When the Steelers were awarded the touchdown it touched off a bitter 5 year playoff rivalry and controversy over that play rages to this day. Tatum had another famous hit that you saw in the first video when he knocked Sammy White of the Vikings out in Super Bowl XI. It was the fourth quarter and the Vikings were forced to pass and the Raiders knew it.

However, 11 months later in what would be John Madden’s last playoff game as coach of the Raiders, another Tatum hit was in the middle of another controversy. It was during the 3rd quarter of the 1977 AFC Championship with Oakland trailing the Denver Broncos 7-3. The Raiders had fumbled to put the Broncos in business inside the Raiders 20 yard line. Several plays later when it was 1st and goal with the momentum teetering toward the Denver sideline, Tatum comes through with a thunderous shot…

 

Another case of the Raiders coming up on the short end of the stick and was one of the reasons they lost 20-17. Although our CEO lived in Denver at the time and was cheering for the Broncos, he believes they were robbed. Rob Lytle clearly fumbled. Had they won they would have gone to Super Bowl XII with a chance to defend their Super Bowl title. They could have beat Dallas and would have been crowned a dynasty had they made it there. Jack Tatum would play two more years with the Raiders before joining the Houston Oilers in 1980.

He and quarterback Ken Stabler were traded to the Oilers to help Bum Phillips “Kick In The Door” which was the slogan used that year. Ironically they didn’t face Pittsburgh in the playoffs, instead they lost in Oakland to the Raiders in the 1980 AFC Wildcard Game 27-7. For his 10 year career, he did intercept 37 passes with a high of 7 in the lone year he played in Houston. Yet it was the fierce way he hit that brought Tatum his notoriety.

Epilogue: However fame and memory of his play has been purposely obscured by NFL Films selectively after the event where Darryl Stingley was paralyzed. For every fearsome defender that has come through the NFL, there are videos of these tough players, many of which we feature here, yet Tatum is a glaring omission. Contrary to popular belief he did try to see Darryl Stingley while he was in the hospital in Oakland but the family turned him away. John Madden chronicles it in one of his books. Former Ohio St teammate John Hicks said Stingley’s paralysis had an affect on Jack Tatum, saying he became a recluse.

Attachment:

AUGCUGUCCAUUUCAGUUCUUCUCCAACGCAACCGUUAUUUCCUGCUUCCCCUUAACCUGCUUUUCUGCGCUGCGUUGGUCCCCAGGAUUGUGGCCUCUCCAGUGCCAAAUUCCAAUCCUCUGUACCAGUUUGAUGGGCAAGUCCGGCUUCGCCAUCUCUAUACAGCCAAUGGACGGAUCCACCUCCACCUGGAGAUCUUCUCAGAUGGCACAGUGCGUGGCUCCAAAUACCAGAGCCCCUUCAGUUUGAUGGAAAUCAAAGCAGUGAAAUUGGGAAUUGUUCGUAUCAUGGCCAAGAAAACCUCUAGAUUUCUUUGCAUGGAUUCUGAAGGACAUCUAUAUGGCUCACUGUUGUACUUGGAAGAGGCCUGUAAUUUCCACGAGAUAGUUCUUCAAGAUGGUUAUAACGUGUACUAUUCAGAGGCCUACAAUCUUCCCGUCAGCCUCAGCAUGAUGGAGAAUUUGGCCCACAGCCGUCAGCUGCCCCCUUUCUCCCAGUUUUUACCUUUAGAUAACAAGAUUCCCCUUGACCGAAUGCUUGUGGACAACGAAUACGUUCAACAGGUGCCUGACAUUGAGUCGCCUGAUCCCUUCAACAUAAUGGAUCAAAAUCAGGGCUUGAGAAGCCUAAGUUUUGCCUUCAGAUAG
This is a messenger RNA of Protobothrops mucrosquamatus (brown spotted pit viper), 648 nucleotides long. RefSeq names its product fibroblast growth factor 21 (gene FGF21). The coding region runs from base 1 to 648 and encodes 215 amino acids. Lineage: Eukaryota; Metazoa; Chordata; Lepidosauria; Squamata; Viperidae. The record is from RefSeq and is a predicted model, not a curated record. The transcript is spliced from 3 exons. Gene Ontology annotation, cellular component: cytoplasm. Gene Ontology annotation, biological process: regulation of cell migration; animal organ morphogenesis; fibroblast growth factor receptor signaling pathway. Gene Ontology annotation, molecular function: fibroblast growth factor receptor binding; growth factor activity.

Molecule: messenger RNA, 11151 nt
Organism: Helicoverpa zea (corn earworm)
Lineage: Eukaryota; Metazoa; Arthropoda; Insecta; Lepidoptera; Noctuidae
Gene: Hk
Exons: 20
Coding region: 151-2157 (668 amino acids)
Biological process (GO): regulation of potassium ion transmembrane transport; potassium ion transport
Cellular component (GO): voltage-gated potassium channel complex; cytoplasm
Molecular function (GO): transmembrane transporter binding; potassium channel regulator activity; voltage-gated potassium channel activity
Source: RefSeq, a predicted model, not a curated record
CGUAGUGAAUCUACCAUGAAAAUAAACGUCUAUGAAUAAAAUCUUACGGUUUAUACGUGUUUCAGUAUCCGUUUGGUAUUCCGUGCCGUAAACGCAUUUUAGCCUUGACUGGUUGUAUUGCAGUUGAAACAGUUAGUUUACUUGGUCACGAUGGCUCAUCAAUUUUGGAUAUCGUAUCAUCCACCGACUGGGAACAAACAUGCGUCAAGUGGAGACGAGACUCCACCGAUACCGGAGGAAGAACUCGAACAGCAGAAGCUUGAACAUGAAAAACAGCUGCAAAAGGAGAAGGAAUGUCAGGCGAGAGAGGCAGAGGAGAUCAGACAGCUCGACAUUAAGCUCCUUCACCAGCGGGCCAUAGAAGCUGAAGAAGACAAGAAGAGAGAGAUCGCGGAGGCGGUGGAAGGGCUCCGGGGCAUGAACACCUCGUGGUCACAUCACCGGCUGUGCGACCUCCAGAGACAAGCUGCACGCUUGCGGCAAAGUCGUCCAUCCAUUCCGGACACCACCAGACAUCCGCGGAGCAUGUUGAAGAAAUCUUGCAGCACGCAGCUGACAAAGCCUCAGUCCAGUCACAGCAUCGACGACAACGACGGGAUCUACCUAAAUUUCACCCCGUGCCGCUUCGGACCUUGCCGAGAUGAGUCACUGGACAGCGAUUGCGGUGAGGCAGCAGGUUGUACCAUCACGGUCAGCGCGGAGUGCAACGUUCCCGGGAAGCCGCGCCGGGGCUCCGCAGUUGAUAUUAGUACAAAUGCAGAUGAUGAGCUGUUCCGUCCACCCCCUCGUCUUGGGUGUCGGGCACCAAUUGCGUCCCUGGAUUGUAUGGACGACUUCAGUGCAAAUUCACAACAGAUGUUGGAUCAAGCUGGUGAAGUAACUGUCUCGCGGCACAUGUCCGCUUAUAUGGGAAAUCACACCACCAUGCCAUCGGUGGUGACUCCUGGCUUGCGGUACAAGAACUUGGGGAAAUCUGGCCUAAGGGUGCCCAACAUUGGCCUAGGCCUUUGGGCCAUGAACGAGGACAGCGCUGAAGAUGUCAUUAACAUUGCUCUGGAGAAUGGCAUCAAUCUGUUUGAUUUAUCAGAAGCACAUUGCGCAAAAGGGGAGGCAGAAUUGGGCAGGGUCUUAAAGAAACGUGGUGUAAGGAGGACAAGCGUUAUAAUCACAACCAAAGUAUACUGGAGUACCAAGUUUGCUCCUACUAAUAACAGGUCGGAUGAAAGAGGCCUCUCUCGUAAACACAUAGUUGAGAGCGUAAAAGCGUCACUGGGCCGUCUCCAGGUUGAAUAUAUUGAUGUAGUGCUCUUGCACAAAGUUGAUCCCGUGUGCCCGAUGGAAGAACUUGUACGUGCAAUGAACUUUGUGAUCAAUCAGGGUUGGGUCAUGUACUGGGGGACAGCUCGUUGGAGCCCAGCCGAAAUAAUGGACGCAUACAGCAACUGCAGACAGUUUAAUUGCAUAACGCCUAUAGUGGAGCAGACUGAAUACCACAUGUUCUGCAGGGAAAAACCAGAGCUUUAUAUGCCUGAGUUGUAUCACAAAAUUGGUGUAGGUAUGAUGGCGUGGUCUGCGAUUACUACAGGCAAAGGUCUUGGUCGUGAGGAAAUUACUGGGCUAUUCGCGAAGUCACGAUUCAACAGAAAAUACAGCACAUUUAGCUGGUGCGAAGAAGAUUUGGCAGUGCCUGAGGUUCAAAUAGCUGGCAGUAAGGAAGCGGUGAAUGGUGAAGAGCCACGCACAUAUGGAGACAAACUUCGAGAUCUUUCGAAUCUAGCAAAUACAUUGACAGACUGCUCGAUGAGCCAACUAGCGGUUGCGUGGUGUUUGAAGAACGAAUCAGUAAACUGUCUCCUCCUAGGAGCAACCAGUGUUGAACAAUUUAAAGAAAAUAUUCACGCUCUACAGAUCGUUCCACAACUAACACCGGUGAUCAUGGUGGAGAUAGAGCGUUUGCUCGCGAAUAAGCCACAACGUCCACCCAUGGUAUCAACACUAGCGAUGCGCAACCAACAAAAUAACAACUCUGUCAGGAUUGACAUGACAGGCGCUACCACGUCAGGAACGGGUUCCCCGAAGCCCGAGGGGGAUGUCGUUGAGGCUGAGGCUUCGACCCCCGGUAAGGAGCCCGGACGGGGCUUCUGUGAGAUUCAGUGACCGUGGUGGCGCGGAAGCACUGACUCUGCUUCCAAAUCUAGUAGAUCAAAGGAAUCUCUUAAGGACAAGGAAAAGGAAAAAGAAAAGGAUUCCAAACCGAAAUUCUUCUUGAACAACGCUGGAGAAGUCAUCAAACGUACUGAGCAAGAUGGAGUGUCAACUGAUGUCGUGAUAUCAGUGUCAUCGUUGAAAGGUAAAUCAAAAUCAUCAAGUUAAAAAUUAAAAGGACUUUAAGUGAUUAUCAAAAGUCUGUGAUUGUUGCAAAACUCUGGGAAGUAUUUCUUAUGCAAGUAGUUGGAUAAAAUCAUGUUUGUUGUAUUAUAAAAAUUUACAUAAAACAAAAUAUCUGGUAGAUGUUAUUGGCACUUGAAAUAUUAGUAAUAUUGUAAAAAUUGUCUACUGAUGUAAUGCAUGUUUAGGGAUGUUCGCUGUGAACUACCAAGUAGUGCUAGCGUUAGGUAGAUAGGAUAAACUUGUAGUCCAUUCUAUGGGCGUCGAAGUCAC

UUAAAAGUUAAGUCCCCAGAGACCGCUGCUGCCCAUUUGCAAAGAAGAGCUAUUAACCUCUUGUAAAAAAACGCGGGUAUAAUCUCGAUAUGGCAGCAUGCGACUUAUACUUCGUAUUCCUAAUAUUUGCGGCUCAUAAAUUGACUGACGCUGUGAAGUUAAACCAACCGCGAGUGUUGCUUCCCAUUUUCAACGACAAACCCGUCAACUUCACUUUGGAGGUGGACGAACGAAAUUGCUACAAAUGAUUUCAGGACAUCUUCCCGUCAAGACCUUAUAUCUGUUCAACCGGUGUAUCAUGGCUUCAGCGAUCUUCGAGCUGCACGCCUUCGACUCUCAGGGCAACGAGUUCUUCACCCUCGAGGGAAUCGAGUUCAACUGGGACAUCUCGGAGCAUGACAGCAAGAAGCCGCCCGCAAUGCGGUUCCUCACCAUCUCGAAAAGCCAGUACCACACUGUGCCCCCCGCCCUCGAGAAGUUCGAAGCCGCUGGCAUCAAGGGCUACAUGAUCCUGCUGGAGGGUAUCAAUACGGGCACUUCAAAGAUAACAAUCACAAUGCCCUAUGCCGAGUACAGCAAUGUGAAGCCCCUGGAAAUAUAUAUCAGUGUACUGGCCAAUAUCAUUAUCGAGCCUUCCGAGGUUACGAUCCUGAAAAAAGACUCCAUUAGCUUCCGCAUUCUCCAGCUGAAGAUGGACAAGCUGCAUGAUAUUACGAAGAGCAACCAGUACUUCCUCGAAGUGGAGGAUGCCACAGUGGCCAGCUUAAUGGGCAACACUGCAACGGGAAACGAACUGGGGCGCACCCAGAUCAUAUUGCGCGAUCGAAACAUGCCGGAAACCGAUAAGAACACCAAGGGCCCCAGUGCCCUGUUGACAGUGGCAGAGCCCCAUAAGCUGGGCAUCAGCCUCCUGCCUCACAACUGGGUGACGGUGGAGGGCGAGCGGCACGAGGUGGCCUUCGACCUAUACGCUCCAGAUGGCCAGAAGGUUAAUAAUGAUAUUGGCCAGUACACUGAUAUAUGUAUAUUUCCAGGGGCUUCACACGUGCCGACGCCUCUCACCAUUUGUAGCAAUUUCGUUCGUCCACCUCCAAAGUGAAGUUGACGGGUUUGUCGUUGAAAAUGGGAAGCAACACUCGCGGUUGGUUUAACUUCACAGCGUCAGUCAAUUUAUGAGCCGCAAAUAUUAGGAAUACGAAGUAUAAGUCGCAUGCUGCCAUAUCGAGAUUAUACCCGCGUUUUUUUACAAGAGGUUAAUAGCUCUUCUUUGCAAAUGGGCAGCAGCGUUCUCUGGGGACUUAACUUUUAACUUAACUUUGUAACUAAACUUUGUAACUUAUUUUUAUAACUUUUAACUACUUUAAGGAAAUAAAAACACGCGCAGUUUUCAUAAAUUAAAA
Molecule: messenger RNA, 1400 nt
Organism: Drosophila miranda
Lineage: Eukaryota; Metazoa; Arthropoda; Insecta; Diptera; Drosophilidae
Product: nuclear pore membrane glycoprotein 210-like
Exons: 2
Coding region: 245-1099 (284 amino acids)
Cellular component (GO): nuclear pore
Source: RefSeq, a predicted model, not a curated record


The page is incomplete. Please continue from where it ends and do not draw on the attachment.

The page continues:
Tatum would have looked sick in a black helmet.

Tatum would have looked sick in a black helmet.

He seemed to be be caught between the tough guy persona and the humanity that did lie within. He’s been quoted from his book They Call Me Assassin that “I like to believe that my best hits border on felonious assault.” Trying to capitalize on his bad boy persona since that was what he had to go off of in future years. We don’t know what was said to Jack Tatum by the Stingley family that night in that hospital.

Yet defensive players using hyperbole to describe what they perceive as the perfect hit isn’t anything new. In the Soul of the Game article with Dick Butkus, he describes a scene from Hush, Hush Sweet Charlotte. Where he describes how a decapitated head rolls down the stairs and he liked to project those things happening (to his opponent) on the football field.

In other writings and videos we celebrate the over the top intensity and meanness of an Ed Sprinkle, a “Bulldog” Turner, a Wilber Marshall, a Hardy Brown, a Cliff Harris, a “Mean” Joe Greene, a “Mad Dog” Mike Curtis, or what about the comments and actions of a one Jack Lambert?? None of these men were asked to apologize for the way they played nor should they have to.

Well, neither should Jack Tatum. The question remains: Did  Jack Tatum handle the whole situation with Darryl Stingley the right way?? In my opinion he could have done more to make amends with him but it’s not up to me to be the complete judge on all that took place. Again we don’t know what was said between the Stingley family to him that fateful night. Understand I’m not trying to make the villain into the victim, but it’s high time that someone says something in Tatum’s defense. Quit treating him like a pariah, almost like he didn’t exist.

From THE Ohio State University, Jack Tatum!! RIP

From THE Ohio State University, Jack Tatum!! RIP

Ronnie Lott, Kenny Easley, Todd Bell, Dennis Smith, Dennis Thurman, Leonard Smith and the generation of NFL Safeties that came onto the scene as he was retiring patterned much of their game after his. On July 27, 2010, Jack Tatum passed away, but the way he played lives on as the generation who saw him play share memories of him with grandchildren like a Paul Bunyan type. There isn’t a lot of footage on him so the stories have to be told of how he was such a hitter. Well he was an intimidating performer and definitely a Soul of the Game defender.

Dedicated to the memory of Jack Tatum (November 18, 1948 – July 27, 2010)

RIP Darryl Stingley (September 18, 1951 – April 5, 2007)

RIP Rob Lytle (November 12, 1954 – November 20, 2010)